Let me begin by stating that work in Atlanta sure does come early on Wednesday after attending a 9:00PM EST tip-off in Athens on Tuesday – I think my preference is for the 8:00PM start, though the ESPN coverage is nice publicity for the Georgia (10-10; 1-5) program.
The game last night was entertaining for the first 15 minutes when Georgia was going toe-to-toe with the best team in the country. Freshman Nemanja Djurisic rang up 10 points with almost 9 minutes remaining in the first half on a pair of three’s and some inside buckets. Nemi finished the game with those 10 though, joining senior Dustin Ware as the only other Bulldog to score in double-digits (Ware led the team with 12 points).
With all the firepower on Kentucky, I never would have guessed that senior reserve Darius Miller would have been the player to torch UGA last night. Miller led all scorers with 19 points, including a 4 for 4 performance from beyond the arc on what were mostly uncontested three-point attempts.
Coach Mark Fox kept his team in a zone defense for the entire first half, enabling Miller and his teammates to enjoy a plethora of wide open looks from the wing position. Kentucky responded by connecting on 6 of 10 threes before the break to open up a 38-26 halftime lead.
Fox finally moved his guys into a man defense for most of the second half and the Dawgs limited Kentucky to only 19 points on just 7 of 23 shooting from the floor.
The problem, however, was that the only thing worse than Kentucky’s offense after the break was Georgia’s – the Dawgs tallied up merely 18 points on 8 of 25 shooting on field goal attempts.
Give Kentucky some credit – they defended well last night.
But give Georgia some credit too – they put on one of the worst offensive displays I have seen this season in college basketball. The Bulldogs shot a dismal 34.5% from the floor which certainly will not get it done against a team of Kentucky’s calibre.
Georgia’s two leading scorers – Gerald Robinson, Jr. and Kentavious-Caldwell Pope – combined for just 13 total points and shot 24% on field goal attempts. Again, offensive production like that from your team’s two best players will not work when the opposing team is Kentucky.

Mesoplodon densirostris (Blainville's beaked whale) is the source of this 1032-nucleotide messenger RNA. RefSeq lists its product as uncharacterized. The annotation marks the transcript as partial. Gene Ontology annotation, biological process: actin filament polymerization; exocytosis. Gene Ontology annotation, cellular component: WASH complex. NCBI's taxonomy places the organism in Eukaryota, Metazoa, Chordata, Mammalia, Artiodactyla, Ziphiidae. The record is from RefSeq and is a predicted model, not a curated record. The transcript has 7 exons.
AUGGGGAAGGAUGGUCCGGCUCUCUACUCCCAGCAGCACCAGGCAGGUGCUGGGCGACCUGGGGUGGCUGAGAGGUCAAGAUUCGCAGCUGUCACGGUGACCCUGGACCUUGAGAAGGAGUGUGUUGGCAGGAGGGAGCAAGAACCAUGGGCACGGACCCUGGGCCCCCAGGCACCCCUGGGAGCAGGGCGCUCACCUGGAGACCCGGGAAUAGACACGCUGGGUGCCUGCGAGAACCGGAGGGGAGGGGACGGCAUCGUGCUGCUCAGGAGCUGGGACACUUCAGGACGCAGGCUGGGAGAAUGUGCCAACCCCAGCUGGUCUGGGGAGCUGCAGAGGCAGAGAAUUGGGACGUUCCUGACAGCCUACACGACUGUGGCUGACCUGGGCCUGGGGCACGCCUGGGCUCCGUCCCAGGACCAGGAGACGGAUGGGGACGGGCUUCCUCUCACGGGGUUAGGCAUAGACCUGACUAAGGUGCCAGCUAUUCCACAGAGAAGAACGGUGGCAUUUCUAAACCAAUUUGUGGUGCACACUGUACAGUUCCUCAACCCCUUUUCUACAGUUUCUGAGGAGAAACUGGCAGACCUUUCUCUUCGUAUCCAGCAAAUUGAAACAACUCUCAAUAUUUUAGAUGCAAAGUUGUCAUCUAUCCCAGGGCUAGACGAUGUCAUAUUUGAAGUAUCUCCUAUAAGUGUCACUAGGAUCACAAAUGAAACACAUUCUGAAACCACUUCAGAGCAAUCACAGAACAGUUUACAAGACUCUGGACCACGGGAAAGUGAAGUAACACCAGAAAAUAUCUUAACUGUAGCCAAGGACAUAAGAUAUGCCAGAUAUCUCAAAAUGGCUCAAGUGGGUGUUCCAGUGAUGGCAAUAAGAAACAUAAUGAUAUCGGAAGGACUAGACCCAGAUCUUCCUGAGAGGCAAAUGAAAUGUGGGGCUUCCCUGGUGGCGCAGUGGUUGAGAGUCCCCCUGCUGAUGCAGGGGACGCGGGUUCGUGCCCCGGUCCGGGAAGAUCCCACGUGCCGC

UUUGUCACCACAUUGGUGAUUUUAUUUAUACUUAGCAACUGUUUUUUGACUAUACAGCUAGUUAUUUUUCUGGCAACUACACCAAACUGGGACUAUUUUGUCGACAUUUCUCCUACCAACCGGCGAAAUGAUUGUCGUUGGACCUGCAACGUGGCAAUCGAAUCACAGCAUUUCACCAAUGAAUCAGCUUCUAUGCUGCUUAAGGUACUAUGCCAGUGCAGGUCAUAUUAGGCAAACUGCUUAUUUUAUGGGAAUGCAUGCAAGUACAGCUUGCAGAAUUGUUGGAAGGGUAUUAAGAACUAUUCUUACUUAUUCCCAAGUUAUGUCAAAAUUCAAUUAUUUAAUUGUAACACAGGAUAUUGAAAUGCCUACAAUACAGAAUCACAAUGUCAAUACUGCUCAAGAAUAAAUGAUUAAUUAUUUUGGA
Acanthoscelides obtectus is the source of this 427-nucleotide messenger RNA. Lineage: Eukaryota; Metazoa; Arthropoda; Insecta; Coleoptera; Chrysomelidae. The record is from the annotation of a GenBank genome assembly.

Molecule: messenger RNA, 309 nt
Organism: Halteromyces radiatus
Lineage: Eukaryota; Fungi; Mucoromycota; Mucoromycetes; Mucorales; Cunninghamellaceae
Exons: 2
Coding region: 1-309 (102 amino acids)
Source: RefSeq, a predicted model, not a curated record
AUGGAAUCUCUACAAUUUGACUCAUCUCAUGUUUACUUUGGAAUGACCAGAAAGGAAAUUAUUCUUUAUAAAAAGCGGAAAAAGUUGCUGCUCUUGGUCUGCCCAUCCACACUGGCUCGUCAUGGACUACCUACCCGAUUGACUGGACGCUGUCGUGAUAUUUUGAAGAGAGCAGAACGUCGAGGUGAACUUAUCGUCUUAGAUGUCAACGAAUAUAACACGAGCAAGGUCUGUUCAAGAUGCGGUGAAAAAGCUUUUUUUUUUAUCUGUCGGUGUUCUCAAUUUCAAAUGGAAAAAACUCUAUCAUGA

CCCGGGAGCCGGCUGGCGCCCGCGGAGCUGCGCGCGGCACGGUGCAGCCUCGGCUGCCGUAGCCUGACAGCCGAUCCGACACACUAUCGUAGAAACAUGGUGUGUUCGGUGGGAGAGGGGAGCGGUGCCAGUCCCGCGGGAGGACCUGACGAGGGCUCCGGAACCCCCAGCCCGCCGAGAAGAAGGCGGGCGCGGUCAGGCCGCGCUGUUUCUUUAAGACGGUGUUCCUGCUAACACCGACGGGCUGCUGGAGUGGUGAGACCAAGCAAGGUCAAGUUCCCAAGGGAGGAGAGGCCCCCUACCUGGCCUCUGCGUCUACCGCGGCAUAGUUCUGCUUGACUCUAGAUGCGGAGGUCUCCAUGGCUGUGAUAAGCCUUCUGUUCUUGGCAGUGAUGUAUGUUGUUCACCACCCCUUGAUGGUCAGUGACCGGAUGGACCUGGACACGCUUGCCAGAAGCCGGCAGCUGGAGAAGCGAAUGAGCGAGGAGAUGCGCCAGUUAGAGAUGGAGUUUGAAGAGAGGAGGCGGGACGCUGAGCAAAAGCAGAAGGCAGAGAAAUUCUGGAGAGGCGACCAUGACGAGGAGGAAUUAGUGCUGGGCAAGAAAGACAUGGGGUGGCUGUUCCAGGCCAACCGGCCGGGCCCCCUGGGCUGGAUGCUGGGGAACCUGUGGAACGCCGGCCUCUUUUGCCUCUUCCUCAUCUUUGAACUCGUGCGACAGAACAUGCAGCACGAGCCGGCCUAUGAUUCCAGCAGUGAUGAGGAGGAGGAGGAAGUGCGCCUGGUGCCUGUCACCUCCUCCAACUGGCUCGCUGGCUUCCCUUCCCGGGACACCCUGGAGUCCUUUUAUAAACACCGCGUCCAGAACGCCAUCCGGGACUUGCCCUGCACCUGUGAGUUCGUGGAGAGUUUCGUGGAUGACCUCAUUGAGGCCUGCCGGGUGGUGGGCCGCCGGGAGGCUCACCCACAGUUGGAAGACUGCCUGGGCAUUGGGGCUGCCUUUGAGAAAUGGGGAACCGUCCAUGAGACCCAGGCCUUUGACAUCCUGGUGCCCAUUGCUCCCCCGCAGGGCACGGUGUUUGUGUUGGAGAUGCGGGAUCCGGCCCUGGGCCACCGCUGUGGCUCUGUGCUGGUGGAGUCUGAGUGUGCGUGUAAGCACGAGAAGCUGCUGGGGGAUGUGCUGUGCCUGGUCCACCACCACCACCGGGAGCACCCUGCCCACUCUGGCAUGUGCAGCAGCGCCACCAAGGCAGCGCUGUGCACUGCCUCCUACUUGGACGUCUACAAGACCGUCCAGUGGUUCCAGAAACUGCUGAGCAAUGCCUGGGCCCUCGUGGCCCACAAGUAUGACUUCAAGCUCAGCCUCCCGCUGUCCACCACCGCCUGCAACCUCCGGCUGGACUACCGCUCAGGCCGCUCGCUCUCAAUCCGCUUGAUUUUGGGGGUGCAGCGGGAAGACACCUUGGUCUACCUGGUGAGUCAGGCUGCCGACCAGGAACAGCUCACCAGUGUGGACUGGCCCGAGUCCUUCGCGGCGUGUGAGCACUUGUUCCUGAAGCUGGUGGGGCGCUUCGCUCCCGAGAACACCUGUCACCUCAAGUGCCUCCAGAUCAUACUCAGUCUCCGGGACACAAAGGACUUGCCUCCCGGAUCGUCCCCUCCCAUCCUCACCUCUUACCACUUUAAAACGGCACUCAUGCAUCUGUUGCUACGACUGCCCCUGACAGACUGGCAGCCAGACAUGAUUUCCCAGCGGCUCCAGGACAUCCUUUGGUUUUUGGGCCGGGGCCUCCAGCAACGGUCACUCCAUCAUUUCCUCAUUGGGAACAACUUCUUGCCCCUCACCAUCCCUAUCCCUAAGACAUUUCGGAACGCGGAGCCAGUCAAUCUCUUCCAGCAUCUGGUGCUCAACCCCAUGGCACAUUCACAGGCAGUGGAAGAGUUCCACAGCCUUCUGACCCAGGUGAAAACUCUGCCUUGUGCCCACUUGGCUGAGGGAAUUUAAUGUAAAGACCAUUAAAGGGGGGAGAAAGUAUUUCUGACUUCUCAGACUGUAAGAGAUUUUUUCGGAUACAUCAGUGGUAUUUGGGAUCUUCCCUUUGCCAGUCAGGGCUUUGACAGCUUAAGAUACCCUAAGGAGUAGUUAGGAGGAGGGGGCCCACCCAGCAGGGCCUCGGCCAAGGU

The entire second half was pretty much a sleeper due to extreme levels of futility from both school’s offenses. The difference, however, was that the Kentucky players appeared to have mentally “checked out” of the game for the final 10 minutes while Georgia’s guys were still attempting to put the ball in the basket (though unsuccessfully).
The Dawgs have now lost all three of their “big” games at Stegeman this year against Cincinnati, Alabama and Kentucky. In all three of those games Coach Fox almost stubbornly kept his team in a zone defense, enabling opposing team’s to burn Georgia from beyond the arc. Against the Bulldogs, Cincy, Bama and the Cats all hit more three’s than they were averaging per game on the season.
I understand Georgia briefly using a zone to confuse opposing teams, but I do not understand abandoning the man defense altogether. Good teams (Cincy, Bama, Kentucky, etc.) with good point guards ultimately start to break down zones to find wide open shooters on the wings and in the corners.
Another negative of playing primarily zone defense is that it makes it awfully hard for your team to find their block-out assignments and rebound. The Dawgs are near the bottom of the SEC barrel in rebounding so the last thing that they need is to make the task of securing boards more challenging.
The Dawgs do not have a lot of team strengths to brag of this season, but I do feel like they play pretty good man-to-man. Robinson has the athleticism to stick with just about any point guard, and KCP’s length and quick hands allow him to frustrate wing players.
The Bulldogs’ bigs are generally pretty useless on offense, but I think that they could hold their own in a man – at least Fox has 5 or 6 to sub in so they could afford to dish out some fouls.
Sorry for the soap box rant, but I’m getting tired of seeing our team put a position (permanent zone) against good teams where they are ultimately destined to fail.